In Partial Fulfillment of the Requirements for the Degree of Doctor of Philosophy
will defend his proposal
Self-Competitional Generative Adversarial Neural Networks
AbstractIn this research, we propose different types of new data-driven and algorithmic approaches to train the Generative Adversarial Nets (GANs). In the data-driven approach, we introduce a new concept called virtual big data. We prove that the virtual big data can provide the GANs sufﬁcient training data to generate efﬁcient augmented data with less mode collapse and vanishing generator gradients problems. We show that the curse of dimensionality, which is considered as a negative factor in machine learning, can play a positive role to solve vanishing generator gradients via making the discriminator less perfect. First, we transform the training data from n dimensional space into m dimensional space where, m = c∗n and c is the concatenation factor. To do so, c different training instances are selected and concatenated to each other to form a c∗n dimensional instance. Increasing the dimension of training data from n to c∗n is key to increase the number of training instances from N to C(N,c). Transformed training data are called virtual big data since they differ with original training instances in terms of size and dimension. Our experiments show that V-GAN, a GAN trained by virtual big data, can outperform standard GANs when it comes to dealing with extremely scarce training data. Furthermore, V-GAN can outperform traditional oversampling techniques in terms of precision, F1 score and Area Under Curve (AUC) score. In an algorithmic approach, we propose Self-Competitional GANs (SCOM-GANs) in which the GAN competes with itself to generate better results compared to the previous epoch. To create the SCOM-GAN, we add a supervised unit (softmax) to the discriminator as an auxiliary to stabilize the GAN training without increasing the training data size. To train the auxiliary classifier we need pseudo-labels which are provided by keep tracking of the fake data in c consecutive epochs and labelling them based on (epoch number % c). This proposed process, which is called dynamic labelling, lets the discriminator start training with limited labels. Afterwards, more training data with different labels are added during the next epochs. The role of auxiliary classifier is to distinguish the new fake data generated in the current epoch from the old ones generated in previous epochs. This way, we provide two different types of supervisory signals for the generator: real/fake signals and old/new signals. Therefore, if the generator starts generating the same instances in consecutive epochs, then it would be punished with higher loss values thanks to the auxiliary classifier. The discriminator and classifier are the same (shared parameters), except for the last layer. Adding the auxiliary classifier to distinguish old fakes and new fakes has two potential benefits. First, it can decrease the vanishing generator gradient since the SCOM discriminator is a multi-task neural network with hard parameter sharing which negative transfers caused by unrelated tasks can make the discriminator less perfect. Second, SCOM-GAN can potentially avoid mode collapse since the generator is punished if it starts generating redundant data in consecutive epochs.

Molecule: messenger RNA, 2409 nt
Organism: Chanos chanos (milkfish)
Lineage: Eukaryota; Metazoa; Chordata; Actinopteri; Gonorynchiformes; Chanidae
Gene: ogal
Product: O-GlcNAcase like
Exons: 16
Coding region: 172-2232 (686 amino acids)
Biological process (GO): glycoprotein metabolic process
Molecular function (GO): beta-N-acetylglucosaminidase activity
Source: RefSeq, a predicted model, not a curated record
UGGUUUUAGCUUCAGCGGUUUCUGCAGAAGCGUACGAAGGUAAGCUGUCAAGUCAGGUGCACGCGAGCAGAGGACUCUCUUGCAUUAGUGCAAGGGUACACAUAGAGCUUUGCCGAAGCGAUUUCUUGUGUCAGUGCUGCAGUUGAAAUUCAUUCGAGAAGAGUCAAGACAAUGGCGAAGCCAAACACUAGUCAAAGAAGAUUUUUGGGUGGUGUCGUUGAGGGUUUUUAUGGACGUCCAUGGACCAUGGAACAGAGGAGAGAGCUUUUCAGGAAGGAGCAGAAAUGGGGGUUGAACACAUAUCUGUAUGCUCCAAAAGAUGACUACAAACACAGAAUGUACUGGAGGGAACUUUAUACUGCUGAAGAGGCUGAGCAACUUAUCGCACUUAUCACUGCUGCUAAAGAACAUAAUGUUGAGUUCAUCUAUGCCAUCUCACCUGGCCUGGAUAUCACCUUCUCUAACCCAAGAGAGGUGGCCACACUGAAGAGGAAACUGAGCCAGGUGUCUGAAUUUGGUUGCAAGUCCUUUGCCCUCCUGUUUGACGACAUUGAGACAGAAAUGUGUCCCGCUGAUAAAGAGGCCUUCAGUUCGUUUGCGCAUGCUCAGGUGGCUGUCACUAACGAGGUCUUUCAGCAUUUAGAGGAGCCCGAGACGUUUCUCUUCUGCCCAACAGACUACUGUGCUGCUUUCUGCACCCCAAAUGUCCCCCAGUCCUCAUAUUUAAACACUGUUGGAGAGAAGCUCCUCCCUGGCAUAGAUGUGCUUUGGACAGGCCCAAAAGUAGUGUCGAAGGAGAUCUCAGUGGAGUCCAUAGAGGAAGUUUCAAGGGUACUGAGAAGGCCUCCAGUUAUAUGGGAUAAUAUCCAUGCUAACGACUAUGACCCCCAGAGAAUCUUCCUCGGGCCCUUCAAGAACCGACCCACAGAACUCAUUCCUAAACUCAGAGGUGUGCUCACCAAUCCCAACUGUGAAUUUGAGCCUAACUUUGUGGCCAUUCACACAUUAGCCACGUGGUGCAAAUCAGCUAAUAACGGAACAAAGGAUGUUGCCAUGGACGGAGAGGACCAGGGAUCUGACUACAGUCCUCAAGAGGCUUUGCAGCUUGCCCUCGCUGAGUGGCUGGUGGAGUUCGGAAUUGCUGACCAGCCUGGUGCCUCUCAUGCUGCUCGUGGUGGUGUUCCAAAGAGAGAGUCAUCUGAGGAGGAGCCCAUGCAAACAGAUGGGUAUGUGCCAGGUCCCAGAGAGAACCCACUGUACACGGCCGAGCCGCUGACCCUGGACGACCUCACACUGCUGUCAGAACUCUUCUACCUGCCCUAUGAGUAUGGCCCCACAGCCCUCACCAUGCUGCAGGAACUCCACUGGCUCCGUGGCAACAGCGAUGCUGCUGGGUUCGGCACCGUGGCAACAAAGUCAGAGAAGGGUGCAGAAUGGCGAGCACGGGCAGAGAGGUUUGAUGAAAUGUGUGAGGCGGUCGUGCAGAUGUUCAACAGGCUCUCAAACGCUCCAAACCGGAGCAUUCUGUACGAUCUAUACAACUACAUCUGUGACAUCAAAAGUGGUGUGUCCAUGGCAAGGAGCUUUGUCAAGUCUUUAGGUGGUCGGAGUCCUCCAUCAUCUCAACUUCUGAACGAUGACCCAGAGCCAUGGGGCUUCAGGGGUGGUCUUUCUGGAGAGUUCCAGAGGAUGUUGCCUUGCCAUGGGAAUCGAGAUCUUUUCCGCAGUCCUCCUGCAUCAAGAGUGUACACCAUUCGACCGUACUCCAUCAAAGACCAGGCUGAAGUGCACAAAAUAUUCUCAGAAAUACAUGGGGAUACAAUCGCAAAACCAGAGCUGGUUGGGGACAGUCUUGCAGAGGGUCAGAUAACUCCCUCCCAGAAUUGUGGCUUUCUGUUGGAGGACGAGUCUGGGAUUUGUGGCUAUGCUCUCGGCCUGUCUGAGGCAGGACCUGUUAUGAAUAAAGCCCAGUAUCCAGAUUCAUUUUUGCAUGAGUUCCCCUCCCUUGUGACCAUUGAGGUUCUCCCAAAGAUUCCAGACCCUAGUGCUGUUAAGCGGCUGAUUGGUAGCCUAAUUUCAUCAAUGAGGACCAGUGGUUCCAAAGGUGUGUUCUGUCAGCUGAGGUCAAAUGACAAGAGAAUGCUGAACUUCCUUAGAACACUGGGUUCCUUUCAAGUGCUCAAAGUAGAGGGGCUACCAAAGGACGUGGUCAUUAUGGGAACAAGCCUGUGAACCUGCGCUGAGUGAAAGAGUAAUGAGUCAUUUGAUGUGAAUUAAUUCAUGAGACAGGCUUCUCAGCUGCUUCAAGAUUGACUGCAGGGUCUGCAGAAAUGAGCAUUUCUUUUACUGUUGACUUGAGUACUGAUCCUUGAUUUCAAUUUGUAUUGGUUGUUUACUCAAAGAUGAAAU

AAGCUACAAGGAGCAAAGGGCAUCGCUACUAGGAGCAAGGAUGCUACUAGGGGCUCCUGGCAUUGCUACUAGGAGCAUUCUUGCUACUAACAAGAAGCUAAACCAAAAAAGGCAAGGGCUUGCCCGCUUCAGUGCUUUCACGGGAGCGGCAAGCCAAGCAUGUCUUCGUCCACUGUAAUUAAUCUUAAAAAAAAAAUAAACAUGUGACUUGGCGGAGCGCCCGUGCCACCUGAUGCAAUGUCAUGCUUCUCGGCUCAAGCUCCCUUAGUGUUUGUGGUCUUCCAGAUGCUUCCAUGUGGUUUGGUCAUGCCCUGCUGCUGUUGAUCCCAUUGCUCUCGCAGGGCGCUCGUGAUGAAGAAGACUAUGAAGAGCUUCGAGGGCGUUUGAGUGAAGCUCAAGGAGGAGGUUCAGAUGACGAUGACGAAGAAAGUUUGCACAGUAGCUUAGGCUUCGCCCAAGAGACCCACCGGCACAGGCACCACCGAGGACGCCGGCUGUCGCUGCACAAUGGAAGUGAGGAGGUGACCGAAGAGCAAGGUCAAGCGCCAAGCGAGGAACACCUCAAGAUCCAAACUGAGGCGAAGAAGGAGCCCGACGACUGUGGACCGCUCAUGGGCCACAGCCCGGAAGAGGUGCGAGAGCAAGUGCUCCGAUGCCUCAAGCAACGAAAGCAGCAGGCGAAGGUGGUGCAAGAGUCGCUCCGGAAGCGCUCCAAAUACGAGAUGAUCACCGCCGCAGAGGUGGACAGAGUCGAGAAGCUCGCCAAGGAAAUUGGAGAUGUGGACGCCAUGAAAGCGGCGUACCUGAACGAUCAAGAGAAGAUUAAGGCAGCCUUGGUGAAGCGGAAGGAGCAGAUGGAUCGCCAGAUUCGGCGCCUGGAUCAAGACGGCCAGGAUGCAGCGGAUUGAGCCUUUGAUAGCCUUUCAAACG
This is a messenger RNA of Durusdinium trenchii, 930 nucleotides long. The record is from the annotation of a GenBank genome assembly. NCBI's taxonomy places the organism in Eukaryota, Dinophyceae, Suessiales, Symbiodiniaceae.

Date: Wednesday, May 20, 2020
Time: 2:00 - 3:00 PM
Place: Online Presentation - Zoom Meeting
To register for attending this session, you need to send a request to firstname.lastname@example.org via academic email at least 6 hours before starting the online meeting.
Advisor: Dr. Larry Shi
Faculty, students, and the general public are invited.